An ex-con with more than 40 prior arrests was recently busted for a hate crime attack on the subway — just days after being cut loose in a felony assault case, according to police sources and court records.
Raymond Bennett, 46, was arrested Thursday after allegedly hitting an Asian woman from behind with the handlebars of his bike inside the 116th Street-Columbia University station in Morningside Heights on Saturday, police said.
Bennett allegedly hurled racist epithets at the 54-year-old victim in the 4 p.m. incident, which happened on the platform of the No. 1 train, cops said.
“I got you good, you Asian f–king b—h,” Bennett allegedly snarled when the woman asked why he hit her before fleeing the station, according to a criminal complaint.
Bennett was free to attack after getting sprung on supervised release in an earlier case from Nov. 20 — in which he also allegedly rammed his bike into a woman, cops said.
In that incident, he allegedly whacked the 37-year-old victim with a Citi Bike repeatedly on the shoulder and arm at the 96th Street subway station when they got into an argument over how many people could fit in an elevator, according to cops.
The victim was treated at St. Luke’s Hospital, police said.
Bennett was charged with felony assault — and the Manhattan District Attorney’s Office requested $20,000 bail or $60,000 bond. But Judge James Clynes freed Bennett on the highest level of supervision, one in-person check-in per week, according to the DA’s office.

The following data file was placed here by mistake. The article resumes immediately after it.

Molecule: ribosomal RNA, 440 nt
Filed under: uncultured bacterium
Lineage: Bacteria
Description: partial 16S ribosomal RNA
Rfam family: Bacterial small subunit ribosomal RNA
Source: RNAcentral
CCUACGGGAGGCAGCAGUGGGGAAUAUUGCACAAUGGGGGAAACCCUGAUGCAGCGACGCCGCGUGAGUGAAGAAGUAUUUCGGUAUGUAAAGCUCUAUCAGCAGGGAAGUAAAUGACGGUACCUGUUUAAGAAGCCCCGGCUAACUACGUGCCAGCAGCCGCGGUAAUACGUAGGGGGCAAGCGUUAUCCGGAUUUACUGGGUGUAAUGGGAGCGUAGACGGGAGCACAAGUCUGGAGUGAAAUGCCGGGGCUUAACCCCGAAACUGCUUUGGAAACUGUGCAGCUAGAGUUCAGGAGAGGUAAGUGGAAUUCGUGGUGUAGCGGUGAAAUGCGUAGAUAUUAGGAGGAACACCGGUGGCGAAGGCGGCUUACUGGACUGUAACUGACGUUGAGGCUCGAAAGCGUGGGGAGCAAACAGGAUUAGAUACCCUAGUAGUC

The bike bully was nabbed in his latest alleged attack after an Amtrak employee recognized him from photos put out by police — who had identified him using facial recognition software, sources said.
It was unclear where exactly Bennett was arrested.
He was charged with assault as a hate crime and criminal possession of a weapon in the Saturday incident, police said.
He was jailed Friday after Judge Robert Rosenthal set bail at $15,000, according to the Manhattan DA’s Office.
Bennett has dozens of arrests dating back to the early 1990s for various crimes, including assaults and robberies, sources said.
He served three stints in prison, prison records show. His latest was a three-year sentence in 2017 for grand larceny that was cut down to one year by the parole board, records show.